In this chapter, I present and discuss previous research on anti-Jewish racism, both more broadly and within the specific understanding of anti-Jewish racism as part of the Swedish racial regime. I begin by pointing out the division between the fields of antisemitism studies and critical race studies, and I map some attempts to bring the fields closer together. Inspired by Swedish scholar of antisemitism Lars Dencik, I show what implications different conceptualisations of antisemitism have for the possibilities and limitations of connecting the two fields. Thereafter, I outline some of the research that has been conducted in relation to antisemitism/anti-Jewish racism, internationally and in Sweden. While this overview does not cover all the existing research on the topic, I focus particularly on those parts that seem relevant in order to insert anti-Jewish racism as a social phenomenon within a wider social context, and I pay special attention to empirical findings and perspectives within Swedish research on antisemitism that can create connections with the field of critical race studies, for the endeavour of exploring anti-Jewish racism as part of the Swedish racial regime.

Racism “and” antisemitism

The academic approach to antisemitism as a social phenomenon is characterised by a paradox. On the one hand, antisemitism has been regarded as the epitome of racism, with Europe’s collective memory of the Shoah shaping images of what racism is (Achinger and Fine 2017). On the other hand, some scholars of antisemitism have often found it necessary to separate antisemitism from other forms of racism, emphasising its specificity (Wieviorka 2007). This separation between racism and antisemitism is materialised by the fact that scholars of racism and scholars of antisemitism are active in different fields of research, with what appears to be a relatively

low degree of interaction between them. For example, in the Swedish case, scholars of antisemitism Lars M. Andersson and Karin Kvist Geverts (2017) have argued that antisemitism constitutes a “blind spot” for scholars of racism, meaning that scholars of racism pay little attention to antisemitism, and they discuss various reasons why that may be the case. While I do believe it to be a correct assessment that critical race scholars in Sweden have paid little attention to antisemitism/anti-Jewish racism as a social phenomenon—

something that this dissertation addresses—I believe it is equally true that scholars of antisemitism generally have paid little attention to how antisemitism is entangled with other forms of racism. Moreover, within the field of antisemitism studies, there is sometimes a reluctance to categorise antisemitism as a racism at all, fearing that such a view would render the specific features of antisemitism invisible (Pistone et al. 2021). Such a stance seems to broaden the gap between the fields of antisemitism studies and critical race studies even further, since a logical consequence of this argument would be that antisemitism is not a relevant object of study for scholars of racism.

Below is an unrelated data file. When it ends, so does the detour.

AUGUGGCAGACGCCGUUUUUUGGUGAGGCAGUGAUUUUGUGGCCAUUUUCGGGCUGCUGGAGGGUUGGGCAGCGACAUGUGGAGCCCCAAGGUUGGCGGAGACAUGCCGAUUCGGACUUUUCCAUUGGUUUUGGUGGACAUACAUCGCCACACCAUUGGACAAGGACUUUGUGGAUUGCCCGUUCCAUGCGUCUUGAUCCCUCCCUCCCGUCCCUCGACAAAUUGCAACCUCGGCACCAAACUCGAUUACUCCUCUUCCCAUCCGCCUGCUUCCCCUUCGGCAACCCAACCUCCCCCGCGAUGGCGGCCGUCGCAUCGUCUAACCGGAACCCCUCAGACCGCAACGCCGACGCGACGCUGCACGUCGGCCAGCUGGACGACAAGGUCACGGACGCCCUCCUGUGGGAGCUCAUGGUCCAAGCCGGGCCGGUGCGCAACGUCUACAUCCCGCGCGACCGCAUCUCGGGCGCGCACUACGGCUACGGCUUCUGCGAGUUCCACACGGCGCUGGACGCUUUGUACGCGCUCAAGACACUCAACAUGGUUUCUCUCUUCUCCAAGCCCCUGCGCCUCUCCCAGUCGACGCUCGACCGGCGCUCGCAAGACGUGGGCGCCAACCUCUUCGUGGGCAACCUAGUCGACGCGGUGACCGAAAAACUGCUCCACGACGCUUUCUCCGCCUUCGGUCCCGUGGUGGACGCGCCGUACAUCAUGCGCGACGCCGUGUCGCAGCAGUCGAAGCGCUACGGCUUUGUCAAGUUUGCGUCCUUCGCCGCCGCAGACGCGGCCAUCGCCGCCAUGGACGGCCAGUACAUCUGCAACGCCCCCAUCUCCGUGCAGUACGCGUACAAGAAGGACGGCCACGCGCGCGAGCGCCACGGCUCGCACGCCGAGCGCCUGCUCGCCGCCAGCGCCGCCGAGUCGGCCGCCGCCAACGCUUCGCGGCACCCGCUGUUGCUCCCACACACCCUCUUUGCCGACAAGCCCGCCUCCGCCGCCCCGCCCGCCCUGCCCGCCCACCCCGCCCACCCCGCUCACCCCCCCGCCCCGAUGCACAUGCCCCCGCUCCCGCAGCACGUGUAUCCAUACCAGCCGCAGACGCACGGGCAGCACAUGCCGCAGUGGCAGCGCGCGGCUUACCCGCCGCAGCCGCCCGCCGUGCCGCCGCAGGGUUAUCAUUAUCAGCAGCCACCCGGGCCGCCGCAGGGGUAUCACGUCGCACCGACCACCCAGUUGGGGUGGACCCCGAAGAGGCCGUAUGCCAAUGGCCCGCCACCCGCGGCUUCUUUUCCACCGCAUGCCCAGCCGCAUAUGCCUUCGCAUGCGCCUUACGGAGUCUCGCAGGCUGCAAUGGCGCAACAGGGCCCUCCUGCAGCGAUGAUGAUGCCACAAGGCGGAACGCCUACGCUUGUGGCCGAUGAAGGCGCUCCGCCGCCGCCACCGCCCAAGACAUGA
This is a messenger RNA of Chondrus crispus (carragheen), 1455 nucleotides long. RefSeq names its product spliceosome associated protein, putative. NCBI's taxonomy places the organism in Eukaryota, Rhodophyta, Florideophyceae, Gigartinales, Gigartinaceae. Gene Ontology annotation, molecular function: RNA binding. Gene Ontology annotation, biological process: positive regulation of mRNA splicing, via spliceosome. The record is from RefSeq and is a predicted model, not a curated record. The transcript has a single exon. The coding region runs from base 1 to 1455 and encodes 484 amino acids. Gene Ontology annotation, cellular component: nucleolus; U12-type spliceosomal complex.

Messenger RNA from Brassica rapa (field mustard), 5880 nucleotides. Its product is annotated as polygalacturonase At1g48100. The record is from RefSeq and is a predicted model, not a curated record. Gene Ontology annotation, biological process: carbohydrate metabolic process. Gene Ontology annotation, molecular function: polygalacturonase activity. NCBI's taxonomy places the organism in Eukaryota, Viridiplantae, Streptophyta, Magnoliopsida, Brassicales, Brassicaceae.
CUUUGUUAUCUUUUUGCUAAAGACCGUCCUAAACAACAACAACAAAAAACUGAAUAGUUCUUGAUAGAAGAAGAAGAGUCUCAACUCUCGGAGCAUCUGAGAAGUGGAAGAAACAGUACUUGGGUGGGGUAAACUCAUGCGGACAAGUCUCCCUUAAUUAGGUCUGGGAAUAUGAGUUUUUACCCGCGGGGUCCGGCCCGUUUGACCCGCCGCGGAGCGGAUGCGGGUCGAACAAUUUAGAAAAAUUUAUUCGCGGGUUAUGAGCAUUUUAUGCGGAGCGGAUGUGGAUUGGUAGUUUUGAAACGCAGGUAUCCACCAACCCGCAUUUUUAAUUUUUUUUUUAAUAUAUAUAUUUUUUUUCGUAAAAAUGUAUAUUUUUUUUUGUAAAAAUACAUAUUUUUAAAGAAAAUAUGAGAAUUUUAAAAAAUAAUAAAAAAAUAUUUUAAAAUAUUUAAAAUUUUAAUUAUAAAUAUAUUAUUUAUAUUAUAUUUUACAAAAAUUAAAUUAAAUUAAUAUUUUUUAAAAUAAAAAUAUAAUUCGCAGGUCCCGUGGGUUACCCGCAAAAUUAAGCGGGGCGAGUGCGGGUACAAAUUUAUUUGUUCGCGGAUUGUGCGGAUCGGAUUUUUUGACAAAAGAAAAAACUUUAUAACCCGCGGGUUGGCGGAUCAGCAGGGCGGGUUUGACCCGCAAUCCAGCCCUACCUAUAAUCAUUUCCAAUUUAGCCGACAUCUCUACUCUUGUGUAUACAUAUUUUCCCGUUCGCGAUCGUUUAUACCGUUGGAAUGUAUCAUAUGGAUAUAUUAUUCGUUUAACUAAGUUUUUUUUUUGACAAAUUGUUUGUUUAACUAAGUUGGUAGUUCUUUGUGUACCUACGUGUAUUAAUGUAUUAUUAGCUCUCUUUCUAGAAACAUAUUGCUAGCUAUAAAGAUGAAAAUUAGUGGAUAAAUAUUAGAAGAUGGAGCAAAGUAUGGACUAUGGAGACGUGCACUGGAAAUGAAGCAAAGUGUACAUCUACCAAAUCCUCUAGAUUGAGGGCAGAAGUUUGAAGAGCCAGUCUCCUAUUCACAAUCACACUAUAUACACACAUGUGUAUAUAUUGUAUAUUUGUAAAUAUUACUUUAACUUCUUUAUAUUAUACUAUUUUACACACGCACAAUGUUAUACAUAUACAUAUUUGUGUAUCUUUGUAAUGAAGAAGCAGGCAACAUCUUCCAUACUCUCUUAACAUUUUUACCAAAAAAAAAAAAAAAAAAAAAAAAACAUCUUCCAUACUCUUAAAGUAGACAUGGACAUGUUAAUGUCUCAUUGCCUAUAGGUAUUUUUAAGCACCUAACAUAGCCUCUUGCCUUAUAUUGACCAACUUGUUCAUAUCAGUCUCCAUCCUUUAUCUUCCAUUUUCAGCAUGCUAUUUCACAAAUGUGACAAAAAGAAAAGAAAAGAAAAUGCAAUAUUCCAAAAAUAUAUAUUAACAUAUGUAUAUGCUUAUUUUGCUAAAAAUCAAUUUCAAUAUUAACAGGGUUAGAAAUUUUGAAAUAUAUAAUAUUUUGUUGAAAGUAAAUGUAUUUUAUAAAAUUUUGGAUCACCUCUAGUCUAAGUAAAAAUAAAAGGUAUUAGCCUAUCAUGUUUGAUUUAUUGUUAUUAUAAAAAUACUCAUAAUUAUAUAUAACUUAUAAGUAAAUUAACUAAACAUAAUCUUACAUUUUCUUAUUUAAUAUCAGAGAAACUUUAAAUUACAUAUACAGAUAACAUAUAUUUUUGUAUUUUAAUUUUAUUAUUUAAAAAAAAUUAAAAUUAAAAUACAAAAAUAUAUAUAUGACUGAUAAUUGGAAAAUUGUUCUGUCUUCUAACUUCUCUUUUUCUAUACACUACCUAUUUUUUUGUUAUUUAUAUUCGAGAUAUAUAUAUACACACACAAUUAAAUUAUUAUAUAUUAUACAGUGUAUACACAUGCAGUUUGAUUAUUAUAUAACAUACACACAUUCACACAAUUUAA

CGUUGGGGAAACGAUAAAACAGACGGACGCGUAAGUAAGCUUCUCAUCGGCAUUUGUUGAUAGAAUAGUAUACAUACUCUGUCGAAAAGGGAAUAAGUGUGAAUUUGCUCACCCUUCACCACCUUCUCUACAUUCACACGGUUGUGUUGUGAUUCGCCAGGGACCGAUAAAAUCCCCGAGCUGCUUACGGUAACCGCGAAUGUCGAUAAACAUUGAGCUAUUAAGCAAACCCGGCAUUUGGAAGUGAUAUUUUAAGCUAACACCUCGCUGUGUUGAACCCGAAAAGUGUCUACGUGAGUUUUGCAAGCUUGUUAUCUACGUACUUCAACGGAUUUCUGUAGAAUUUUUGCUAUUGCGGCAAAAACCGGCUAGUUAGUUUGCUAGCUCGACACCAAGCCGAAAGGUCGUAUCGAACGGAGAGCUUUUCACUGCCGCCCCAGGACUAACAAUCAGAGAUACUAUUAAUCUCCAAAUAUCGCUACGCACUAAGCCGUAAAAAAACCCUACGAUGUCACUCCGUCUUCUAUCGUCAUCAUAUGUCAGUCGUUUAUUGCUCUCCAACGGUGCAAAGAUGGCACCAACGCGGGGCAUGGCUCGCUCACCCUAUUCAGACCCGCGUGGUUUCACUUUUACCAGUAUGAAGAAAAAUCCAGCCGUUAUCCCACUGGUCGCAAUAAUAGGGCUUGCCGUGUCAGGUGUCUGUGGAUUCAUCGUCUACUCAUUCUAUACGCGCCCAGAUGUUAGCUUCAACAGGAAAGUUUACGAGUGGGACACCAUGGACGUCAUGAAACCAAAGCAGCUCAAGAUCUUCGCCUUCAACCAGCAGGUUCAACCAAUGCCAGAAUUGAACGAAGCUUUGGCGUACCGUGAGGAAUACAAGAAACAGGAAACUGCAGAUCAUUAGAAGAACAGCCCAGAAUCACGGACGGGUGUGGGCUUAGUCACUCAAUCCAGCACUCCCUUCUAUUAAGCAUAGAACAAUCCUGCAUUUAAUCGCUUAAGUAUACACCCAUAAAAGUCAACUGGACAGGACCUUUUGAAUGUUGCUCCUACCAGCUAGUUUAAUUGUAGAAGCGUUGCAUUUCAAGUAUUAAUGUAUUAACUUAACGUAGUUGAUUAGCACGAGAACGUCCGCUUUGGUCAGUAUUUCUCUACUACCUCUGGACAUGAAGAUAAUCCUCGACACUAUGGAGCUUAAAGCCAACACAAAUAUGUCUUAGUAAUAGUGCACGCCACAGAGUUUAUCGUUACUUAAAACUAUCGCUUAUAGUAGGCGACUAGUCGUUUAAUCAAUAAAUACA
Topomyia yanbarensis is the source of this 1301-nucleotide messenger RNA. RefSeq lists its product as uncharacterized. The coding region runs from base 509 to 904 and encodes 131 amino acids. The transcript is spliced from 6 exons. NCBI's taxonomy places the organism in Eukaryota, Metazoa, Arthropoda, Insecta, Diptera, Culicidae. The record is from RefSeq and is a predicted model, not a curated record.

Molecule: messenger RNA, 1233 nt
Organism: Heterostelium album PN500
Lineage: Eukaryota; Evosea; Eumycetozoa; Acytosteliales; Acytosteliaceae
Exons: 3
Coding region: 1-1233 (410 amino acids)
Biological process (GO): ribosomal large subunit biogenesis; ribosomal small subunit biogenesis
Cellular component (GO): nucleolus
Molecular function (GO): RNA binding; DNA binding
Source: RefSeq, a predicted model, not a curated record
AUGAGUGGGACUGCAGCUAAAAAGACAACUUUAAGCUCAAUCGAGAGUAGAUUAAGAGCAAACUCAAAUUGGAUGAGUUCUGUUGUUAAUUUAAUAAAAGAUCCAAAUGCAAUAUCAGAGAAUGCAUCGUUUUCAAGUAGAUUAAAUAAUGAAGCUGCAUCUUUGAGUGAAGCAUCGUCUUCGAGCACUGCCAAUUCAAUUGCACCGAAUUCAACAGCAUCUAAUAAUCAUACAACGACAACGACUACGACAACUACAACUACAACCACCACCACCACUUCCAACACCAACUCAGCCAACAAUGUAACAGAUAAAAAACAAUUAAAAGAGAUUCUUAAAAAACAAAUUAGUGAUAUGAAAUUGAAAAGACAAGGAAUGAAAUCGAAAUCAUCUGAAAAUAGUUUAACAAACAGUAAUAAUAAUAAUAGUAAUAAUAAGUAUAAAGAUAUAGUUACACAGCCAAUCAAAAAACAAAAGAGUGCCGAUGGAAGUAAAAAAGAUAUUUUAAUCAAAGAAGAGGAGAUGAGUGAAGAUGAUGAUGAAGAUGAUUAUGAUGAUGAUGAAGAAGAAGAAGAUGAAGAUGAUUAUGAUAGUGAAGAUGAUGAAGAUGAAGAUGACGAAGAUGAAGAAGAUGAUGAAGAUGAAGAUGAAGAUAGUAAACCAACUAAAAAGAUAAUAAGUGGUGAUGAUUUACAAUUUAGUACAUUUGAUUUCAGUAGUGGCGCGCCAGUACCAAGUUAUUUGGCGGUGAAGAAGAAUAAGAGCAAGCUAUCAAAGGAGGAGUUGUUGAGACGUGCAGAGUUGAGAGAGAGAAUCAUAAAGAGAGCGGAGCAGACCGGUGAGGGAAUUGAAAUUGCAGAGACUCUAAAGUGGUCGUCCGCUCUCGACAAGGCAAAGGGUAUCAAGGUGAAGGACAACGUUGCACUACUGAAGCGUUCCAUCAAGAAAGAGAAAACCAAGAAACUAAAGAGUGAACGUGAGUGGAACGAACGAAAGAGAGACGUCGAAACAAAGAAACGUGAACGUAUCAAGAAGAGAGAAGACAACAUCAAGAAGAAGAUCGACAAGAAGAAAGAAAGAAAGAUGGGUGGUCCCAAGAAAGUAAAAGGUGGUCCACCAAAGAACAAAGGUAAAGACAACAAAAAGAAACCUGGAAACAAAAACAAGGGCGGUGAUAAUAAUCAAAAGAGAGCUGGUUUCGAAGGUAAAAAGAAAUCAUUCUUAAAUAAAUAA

However, there have also been attempts to bridge the fields of antisemitism and racism studies. A seminal example of this is the anthology Antisemitism, Racism and Islamophobia – Distorted Face of Modernity (Achinger and Fine 2017). Originally published as articles in a special issue of the journal European Societies, the chapters in the book try in various ways to connect antisemitism/anti-Jewish racism to other forms of racism and/or to analyse it as part of a wider social and racial reality. For example, Glynis Cousin and Robert Fine (2012) discuss the shared history of antisemitism and other forms of racism throughout the formation of modernity, as well as the theoretical and political connections that “classic” scholars of racism, such as W.E.B Du Bois and Frantz Fanon, made between antisemitism and other racisms. Cousin and Fine argue that “a more integral approach” is required for the study of racism as part of modernity. Another example is Véronique Altglas (2012), who discusses contemporary antisemitism in France through a historical lens, connecting it to French colonial history, the emancipation of the French Jewish population under Republican rule, and the alleged current crisis of the French Republic expressed as a “communitarianism” of French social life. In the Spanish case, Alejandro Baer and Paula López (2012) have shown how antisemitism must be understood against the historical background of the Spanish Reconquista and the loss of Spanish colonial dominions, but they also remark how racist stereotypes of Jews are mirrored by racist stereotypes of Muslims: while Muslims are depicted as “medieval” and “religious”, Jews are seen as “ultramodern” and “rational” etc.

Other attempts to bring studies of antisemitism and racism closer together that could be mentioned comprise analyses of a renewed antisemitism in the United States under the Trump administration, and the implications this has for the boundaries of whiteness in a US racial context where Jews earlier in history had become “white” (Levi and Rothberg 2020; Brodkin 2016). For example, Dean Franco argues that attention should be paid to Jewishness as a discursive formation in the United States, functioning as a trope of regulation of whiteness, notably through the phrase “the new Jews”. Franco suggests that, in the Trump era, Jewishness as a discursive formation therefore sheds light on the complexities and workings of whiteness in the US racial context (Franco 2020).